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Michel Brousset - Testimonials - CesarGamio.com

Michel Brousset

Country Managing Director L’Oréal UK & Ireland at L'Oréal

César's first engagement with L'Oréal UK & Ireland was via a very inspirational keynote speech to our top 100 managers in the company. It was electrifying and the starting point for us of a new journey towards a healthier, more balanced and more mindful organisation.

The feedback was terrific and we had several requests for him to lead mindfulness workshops at the divisional level as well as becoming the most requested personal coach in our company.

Cesar combines real business experience, with a no non-sense approach to wellbeing, managing stress and mindfulness. The teams and individuals that have engaged with him highlight that his approach is not a cookie-cutter recipe but individualised, realistic and practical.

I would strongly recommend Cesar to individuals or organisations that are looking to start in the journey toward wellbeing.

Michel Brousset - Testimonials - CesarGamio.com LVMH - Testimonials - CesarGamio.com

Hugues Pietrini

Executive Vice President International Distribution at Louis Vuitton - Moët Hennessy

The are some encounters in life that can change you deeply. I have had the chance to meet César and engage in a coaching experience with a strong focus on meditation. César has made a huge impact on me both professionally and personally. Everyone should meditate and apply his teachings. Thank you César!

Deirdre O'Kennedy - Testimonials - CesarGamio.com Aer Lingus - Testimonials - CesarGamio.com

Deirdre O'Kennedy

Health & Safety Advisor at Aer Lingus

César was invited to deliver sessions to our senior management and other members of our staff on how to increase our capacity for professional wellbeing. Based on evidenced-based research, he made a compelling case for the need to invest in developing the physical, mental and emotional wellbeing of our employees in order to increase productivity, safety and performance.

The feedback from these sessions clearly shows that César is a passionate and engaging speaker, who has the ability to inspire his audience to take clear and decisive steps towards a healthier and more fulfilling professional life. He has been invited by senior management to return and continue fostering the human skills of our employees to keep making our company a great place to work.

Most Recent Articles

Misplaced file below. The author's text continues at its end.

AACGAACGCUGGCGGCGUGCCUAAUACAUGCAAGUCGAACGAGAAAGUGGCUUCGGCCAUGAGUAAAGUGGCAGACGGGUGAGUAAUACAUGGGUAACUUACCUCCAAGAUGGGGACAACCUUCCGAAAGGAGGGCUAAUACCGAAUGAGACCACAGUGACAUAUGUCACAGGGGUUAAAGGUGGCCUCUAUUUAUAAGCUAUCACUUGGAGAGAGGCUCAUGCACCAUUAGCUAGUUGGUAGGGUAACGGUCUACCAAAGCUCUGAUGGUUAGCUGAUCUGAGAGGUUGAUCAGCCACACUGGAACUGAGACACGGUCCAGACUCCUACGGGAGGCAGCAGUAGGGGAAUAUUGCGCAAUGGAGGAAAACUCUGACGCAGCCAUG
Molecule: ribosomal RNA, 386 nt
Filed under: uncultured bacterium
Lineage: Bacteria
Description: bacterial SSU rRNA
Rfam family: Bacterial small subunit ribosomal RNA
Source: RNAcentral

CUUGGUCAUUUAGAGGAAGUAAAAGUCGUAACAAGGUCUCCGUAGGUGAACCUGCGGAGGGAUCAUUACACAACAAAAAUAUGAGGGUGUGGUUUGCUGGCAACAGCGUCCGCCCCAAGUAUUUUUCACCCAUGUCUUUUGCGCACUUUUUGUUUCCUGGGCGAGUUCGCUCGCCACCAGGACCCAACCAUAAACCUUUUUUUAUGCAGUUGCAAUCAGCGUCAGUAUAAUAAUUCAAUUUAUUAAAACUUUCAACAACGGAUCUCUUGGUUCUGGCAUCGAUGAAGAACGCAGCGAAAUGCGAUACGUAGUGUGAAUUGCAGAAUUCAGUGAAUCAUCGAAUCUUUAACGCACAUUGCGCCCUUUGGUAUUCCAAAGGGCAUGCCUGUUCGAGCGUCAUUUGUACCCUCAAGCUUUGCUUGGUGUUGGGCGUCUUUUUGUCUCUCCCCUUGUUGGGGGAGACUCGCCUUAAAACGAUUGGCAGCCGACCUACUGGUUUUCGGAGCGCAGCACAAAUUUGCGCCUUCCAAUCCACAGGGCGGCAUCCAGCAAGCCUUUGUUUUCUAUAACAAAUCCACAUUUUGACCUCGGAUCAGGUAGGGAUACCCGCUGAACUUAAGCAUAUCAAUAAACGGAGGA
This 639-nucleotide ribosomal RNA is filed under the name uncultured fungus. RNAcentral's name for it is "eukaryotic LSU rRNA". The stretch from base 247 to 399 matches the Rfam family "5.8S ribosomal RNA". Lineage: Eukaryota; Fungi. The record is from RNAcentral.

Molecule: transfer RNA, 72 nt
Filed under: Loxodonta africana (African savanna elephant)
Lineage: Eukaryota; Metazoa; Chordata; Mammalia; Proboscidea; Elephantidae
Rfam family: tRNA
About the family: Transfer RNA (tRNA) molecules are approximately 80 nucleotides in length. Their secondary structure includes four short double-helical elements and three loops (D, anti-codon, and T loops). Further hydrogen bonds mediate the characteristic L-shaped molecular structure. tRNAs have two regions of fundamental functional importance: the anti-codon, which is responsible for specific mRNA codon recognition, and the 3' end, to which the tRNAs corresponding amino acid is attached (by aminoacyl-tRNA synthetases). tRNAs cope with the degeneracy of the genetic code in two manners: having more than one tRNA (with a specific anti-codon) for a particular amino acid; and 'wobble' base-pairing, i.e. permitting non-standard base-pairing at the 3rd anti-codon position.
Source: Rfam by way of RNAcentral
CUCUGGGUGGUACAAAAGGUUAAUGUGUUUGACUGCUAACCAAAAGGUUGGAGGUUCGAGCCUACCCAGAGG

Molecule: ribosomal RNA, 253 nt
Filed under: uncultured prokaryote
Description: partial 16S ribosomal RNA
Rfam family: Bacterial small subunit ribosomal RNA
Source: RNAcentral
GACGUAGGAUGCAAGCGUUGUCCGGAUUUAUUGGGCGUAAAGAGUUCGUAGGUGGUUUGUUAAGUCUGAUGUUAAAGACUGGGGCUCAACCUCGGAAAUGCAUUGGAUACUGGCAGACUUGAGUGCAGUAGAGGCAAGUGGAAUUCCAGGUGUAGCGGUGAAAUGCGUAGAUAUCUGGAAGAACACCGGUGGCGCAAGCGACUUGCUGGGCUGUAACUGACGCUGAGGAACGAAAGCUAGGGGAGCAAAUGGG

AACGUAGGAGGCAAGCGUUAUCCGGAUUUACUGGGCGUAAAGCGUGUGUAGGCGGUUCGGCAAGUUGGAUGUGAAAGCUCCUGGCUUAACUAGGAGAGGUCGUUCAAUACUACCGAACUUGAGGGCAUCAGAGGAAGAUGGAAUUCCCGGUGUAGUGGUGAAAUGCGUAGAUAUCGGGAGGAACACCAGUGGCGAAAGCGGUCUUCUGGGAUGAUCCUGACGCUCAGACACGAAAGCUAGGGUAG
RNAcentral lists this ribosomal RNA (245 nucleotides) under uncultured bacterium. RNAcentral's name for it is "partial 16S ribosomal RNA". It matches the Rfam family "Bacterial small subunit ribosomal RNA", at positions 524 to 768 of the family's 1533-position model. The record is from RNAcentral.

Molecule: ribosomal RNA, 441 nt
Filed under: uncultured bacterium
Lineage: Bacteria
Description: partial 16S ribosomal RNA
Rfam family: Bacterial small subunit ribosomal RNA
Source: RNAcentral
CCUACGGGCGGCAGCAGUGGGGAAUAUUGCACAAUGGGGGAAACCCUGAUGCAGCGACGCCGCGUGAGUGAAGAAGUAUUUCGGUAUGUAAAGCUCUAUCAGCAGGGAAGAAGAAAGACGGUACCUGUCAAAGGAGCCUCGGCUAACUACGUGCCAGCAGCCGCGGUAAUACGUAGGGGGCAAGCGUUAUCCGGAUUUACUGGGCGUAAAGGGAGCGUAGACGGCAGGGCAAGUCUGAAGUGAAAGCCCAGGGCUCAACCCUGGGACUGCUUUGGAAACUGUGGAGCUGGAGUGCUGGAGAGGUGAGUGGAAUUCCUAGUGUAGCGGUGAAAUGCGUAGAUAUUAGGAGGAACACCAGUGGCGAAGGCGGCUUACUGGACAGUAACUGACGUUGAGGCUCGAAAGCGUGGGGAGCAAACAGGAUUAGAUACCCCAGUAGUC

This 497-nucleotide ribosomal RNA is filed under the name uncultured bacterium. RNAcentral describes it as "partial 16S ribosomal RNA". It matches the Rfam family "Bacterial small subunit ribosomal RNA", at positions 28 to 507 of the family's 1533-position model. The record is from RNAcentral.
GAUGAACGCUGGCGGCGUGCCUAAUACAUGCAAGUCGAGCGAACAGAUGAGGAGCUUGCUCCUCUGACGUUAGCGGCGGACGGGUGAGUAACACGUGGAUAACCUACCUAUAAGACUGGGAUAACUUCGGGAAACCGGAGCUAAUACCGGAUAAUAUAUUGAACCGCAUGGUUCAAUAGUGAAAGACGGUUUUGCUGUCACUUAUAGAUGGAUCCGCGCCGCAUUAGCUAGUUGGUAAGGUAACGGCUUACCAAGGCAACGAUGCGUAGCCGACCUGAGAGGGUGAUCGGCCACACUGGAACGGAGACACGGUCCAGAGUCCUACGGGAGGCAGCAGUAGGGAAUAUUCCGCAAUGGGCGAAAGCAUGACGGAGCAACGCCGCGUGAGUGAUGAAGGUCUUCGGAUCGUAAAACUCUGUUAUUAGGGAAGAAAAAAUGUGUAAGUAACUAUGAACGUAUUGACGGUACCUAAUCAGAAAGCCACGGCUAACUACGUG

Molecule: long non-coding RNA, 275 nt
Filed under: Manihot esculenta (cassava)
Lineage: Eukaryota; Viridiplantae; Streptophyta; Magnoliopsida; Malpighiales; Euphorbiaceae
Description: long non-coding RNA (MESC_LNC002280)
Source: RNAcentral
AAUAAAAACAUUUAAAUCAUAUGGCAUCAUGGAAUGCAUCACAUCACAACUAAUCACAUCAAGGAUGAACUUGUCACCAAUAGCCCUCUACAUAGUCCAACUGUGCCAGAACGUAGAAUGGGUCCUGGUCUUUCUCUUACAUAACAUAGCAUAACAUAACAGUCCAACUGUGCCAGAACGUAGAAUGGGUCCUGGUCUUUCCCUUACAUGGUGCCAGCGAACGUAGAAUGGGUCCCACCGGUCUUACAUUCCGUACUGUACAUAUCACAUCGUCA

4 Smart Eating Strategies

“How dare do you suggest we eat cereal!” “Red meat?!, Are you serious?” “Milk?! You’ve got to be joking right?”

These were just a few of the colourful remarks I recently heard from nutritionists, GPs, cardiologists and many other scientists in the medical/nutrition/wellbeing field directed at the representative for Public Health England at a food conference hosted by the College of Medicine.

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4 ways to get back to your natural rhythms

10 days before my birthday, on October 2nd 2017, I received a gift. A gift from an unlikely source that seemed to want to help me and many others in my profession convey with scientific rigour a fact of life: All aspects of your being (body, mind & emotions) are synchronised with the rhythms of nature. If you are out of tune, or out of sync with these rhythms, you will experience stress, strain, pain and discomfort.

I’ll tell you what that gift was in just a moment, but first, let me give you a brief explanation of what these rhythms of the Earth are and how they influence our physiology and psychology.

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Don’t sit on it for too long

If your work requires for you to spend a considerable amount of time sitting down, I hope you invest the next three minutes of your time reading this post – it can literally add years and quality to your life.

The statistics that are being published about the perils of sitting for too long are frankly quite scary. You may want to stand up for this…:

– Sitting 6+ hours per day makes you up to 40% likelier to die within 15 years than someone who sits less than 3. Even if you exercise.

– Sitting makes you gain weight. As soon as you sit down, your calorie burning drops to 1 per minute and the enzymes that help break down fat drop by 90%